WWW Wednesday

Posted March 27, 2024 by Nicky in General / 0 Comments

It’s time for WWW Wednesday again. That’s:

  • What have you recently finished reading?
  • What are you currently reading?
  • What will you read next?

Cover of Across a Field of Starlight by Blue DelliquantiWhat have you recently finished reading?

The last thing I finished was Across a Field of Starlight, by Blue Delliquanti, which I talked about a bit last week. I need to put my thoughts together in order to write a review, but I very much enjoyed the diverse body types represented.

Before that, I finished Ghosts in the Hedgerow, by Tom Moorehouse. It’s a look at why hedgehog populations are declining in Britain, written in the format of a whodunnit. As with many whodunnits, the answers weren’t too surprising to me — but it’s a fun format and has lots of information to help those who don’t already know much about hedgehogs.

Cover of The Corpse in the Waxworks by John Dickson CarrWhat are you currently reading?

I’ve dug into John Dickson Carr’s The Corpse in the Waxworks. It’s from the earlier period of his career and features one of his detectives I don’t enjoy much, but it can’t be denied he had a good sense of atmosphere. I’m not hating it, anyway, which has been the case with some of Carr’s work (even though I came to enjoy his work starring Gideon Fell as the detective).

I’m also reading Exposed: The Greek and Roman Body, by Caroline Vout. I’ve been curious about this one for a while… though I haven’t really got far with it yet.

Cover of Ink Blood Sister Scribe by Emma TörzsWhat will you read next?

I’m planning to focus on finishing books I’m partway through, like Ink, Blood, Sister, Scribe, by Emma Törzs. I’m partway through that one, but it’s sat neglected beside my desk for a couple of weeks now, while I was more in the mood for non-fiction. Once I start a new book… I’m not sure what it’ll be.

How about you?

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Top Ten Tuesday: Reading Memories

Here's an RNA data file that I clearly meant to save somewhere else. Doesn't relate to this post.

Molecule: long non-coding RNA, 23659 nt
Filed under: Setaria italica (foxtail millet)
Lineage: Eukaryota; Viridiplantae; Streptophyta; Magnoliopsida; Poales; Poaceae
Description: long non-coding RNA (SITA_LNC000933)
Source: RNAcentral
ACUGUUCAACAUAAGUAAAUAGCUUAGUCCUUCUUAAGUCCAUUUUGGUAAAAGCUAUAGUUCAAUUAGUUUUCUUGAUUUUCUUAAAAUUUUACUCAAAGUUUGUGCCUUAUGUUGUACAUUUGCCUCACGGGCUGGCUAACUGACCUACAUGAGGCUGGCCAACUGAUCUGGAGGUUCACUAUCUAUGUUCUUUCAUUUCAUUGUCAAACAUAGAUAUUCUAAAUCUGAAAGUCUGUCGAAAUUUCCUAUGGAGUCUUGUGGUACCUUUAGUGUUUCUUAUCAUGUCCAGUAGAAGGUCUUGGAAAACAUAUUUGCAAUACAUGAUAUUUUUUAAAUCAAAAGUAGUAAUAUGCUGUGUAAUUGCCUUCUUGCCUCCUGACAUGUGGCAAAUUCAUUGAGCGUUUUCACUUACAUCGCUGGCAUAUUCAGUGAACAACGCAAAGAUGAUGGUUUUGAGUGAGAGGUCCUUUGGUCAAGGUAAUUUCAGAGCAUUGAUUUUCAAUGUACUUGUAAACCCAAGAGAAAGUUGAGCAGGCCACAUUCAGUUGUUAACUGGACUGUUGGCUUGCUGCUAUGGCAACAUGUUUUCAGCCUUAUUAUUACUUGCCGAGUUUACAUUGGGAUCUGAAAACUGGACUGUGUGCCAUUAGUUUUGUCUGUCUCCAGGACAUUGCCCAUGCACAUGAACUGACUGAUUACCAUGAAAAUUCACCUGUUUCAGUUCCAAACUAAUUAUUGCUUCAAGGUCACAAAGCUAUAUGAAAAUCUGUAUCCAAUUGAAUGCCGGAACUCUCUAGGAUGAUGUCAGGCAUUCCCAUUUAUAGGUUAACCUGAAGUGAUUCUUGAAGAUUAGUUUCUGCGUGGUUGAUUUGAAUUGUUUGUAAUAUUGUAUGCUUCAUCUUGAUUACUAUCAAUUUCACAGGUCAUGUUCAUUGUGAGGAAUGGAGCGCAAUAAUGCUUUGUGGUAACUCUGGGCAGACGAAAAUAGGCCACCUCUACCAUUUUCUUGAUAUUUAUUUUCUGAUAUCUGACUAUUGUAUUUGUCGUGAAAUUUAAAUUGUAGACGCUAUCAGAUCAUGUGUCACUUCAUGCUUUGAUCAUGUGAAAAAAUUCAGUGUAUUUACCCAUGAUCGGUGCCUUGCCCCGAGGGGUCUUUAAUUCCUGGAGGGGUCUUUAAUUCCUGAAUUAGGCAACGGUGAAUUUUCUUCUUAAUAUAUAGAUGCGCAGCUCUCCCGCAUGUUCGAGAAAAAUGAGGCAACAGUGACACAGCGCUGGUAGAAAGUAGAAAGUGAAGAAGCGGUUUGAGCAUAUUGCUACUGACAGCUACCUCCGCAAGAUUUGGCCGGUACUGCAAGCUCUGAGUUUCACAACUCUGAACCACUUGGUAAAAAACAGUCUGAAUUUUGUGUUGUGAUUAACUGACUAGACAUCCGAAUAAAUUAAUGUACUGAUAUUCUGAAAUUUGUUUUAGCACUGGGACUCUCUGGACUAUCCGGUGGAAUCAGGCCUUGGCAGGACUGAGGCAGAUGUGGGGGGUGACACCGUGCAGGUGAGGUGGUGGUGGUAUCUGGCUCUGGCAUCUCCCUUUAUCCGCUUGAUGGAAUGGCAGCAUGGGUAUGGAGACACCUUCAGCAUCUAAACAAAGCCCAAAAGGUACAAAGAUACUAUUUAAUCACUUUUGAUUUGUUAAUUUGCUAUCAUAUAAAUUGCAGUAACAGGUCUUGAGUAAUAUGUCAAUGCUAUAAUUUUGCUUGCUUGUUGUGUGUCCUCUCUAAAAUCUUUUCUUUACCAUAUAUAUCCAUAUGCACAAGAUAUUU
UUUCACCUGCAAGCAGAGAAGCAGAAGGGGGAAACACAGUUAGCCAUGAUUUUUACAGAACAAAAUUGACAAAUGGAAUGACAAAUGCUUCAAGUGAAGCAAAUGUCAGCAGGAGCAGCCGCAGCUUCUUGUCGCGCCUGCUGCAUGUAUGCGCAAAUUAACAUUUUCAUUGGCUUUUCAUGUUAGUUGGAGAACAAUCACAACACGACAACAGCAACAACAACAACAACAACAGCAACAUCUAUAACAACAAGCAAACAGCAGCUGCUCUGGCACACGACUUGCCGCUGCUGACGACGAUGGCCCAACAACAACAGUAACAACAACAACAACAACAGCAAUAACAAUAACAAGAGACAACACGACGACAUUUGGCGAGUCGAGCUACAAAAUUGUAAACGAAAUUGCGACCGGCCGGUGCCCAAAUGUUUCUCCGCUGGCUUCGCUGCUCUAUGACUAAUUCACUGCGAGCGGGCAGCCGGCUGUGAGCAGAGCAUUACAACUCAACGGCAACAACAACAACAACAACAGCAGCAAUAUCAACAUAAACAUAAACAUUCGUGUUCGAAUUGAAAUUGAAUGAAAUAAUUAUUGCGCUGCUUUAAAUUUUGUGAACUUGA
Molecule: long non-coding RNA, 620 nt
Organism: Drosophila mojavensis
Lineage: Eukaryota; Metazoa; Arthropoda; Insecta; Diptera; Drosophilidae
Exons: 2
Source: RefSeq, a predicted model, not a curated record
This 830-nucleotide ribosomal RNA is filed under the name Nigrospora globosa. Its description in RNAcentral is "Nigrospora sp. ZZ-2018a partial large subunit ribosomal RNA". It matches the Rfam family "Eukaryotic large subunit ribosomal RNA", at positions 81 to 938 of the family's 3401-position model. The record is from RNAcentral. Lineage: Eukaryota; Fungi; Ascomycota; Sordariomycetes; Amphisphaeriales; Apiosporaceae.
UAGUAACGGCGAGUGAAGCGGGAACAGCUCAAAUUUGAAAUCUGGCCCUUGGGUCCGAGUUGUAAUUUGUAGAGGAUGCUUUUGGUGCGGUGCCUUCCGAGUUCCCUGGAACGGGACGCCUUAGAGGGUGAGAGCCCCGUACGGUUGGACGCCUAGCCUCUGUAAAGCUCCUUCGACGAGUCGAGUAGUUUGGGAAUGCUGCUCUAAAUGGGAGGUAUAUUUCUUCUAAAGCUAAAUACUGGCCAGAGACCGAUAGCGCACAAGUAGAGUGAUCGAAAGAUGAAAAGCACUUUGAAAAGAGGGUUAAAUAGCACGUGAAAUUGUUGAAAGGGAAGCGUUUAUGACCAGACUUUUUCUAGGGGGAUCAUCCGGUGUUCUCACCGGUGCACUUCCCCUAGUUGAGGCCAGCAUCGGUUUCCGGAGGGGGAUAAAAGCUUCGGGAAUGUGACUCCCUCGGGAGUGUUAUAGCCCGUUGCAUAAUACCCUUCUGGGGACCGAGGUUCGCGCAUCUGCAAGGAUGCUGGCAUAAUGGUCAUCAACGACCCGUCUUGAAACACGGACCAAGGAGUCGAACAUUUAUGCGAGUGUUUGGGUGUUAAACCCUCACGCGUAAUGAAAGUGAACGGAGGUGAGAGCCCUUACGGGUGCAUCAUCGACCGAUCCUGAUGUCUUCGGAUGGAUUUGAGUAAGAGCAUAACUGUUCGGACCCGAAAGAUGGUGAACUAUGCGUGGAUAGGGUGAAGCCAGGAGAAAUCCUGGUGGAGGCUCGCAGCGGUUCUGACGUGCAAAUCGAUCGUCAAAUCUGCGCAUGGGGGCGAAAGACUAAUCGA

Posted March 26, 2024 by Nicky in General / 4 Comments

Greetings all! This week’s Top Ten Tuesday theme didn’t speak to me, as I don’t watch a lot of movies at all. Instead, I’m going to talk about ten bookish memories. I remember a lot of events by the books I was reading at the time, and it’s interesting to think about all the times books have left an impression on me.

Cover of The Lord of the Rings by J.R.R. Tolkien Cover of The Tombs of Atuan by Ursula Le Guin Cover of American Gods by Neil Gaiman

  1. Five On A Treasure Island, by Enid Blyton. When I was a kid, I loved Enid Blyton’s books, and the Famous Five were among my favourites. I had a habit when I was a kid of reading in weird places: stairways were a common choice, and I remember sitting on my parents’ stairs reading. For each chapter I finished, I’d move down a step. Once I reached the bottom, it was probably time for lunch or a snack or something. I remember curling up by the front door during one of those days, probably watching out for Mum coming home, while eating slices of apple and cheese on crackers. I used to be quite happy doing that for hours.
  2. The Positronic Man, by Isaac Asimov. A lot of people have read the short story this was based on, ‘The Bicentennial Man’, but it was also made into a novel (I think with Robert Silverberg as a co-author, maybe). After I learned to read, I swiftly graduated to being able to read adult fiction, and this had my mum ferreting around the library looking for books she remembered that might be suitable. Asimov was a major component of that, in part because the library actually had a bunch of his books, and The Positronic Man was a huge hit with me. So much so that I read and reread it, and refused to return it to the library for ages. I have no idea how bad the fine was when I finally parted with it, but I’m still not sorry. My wife later bought me a copy (sometime before we were married, not sure exactly when), and I loved it again then… though I must admit I’ve no idea where my copy is now.
  3. Jane Eyre, by Charlotte Brontë. Another major habit of mine was finding small spaces to hide in and read. I had a bunk bed with a sofa underneath, which made it easy: if I hung a blanket down from the bed, I got a warm enclosed space underneath (with a reading light; thanks Dad!). I remember reading Jane Eyre for the first time there: I don’t think I finished it back then (I was probably a bit too young for it), but I felt quite the kinship with Jane hidden behind her curtains!
  4. The Lord of the Rings, by J.R.R. Tolkien. I’m not sure exactly when my grandparents turned their airing cupboard into a little shower room, but when they did, they created a little haven of a hiding place for me. I have no idea why I loved jamming myself in there (including in the shower cubicle) to read, but probably it mostly kept me out of my sister’s sight and thus out of her mind, making it an excellent spot to hide and read. I had my own copy of The Lord of the Rings, but I remember borrowing my grandmother’s for a reread when I stayed with them. Also, I remember an epic argument between myself and my grandmother about the BBC radio adaptation, which she had on cassette tape, one of which I temporarily mislaid. She was furious with me. I was furious with her for being so cross about a mistake I’d apologised for (and which turned out to have an easy answer that we should both have thought of: the tape was in the player). She was probably more in the right, though. Sorry, Grandma!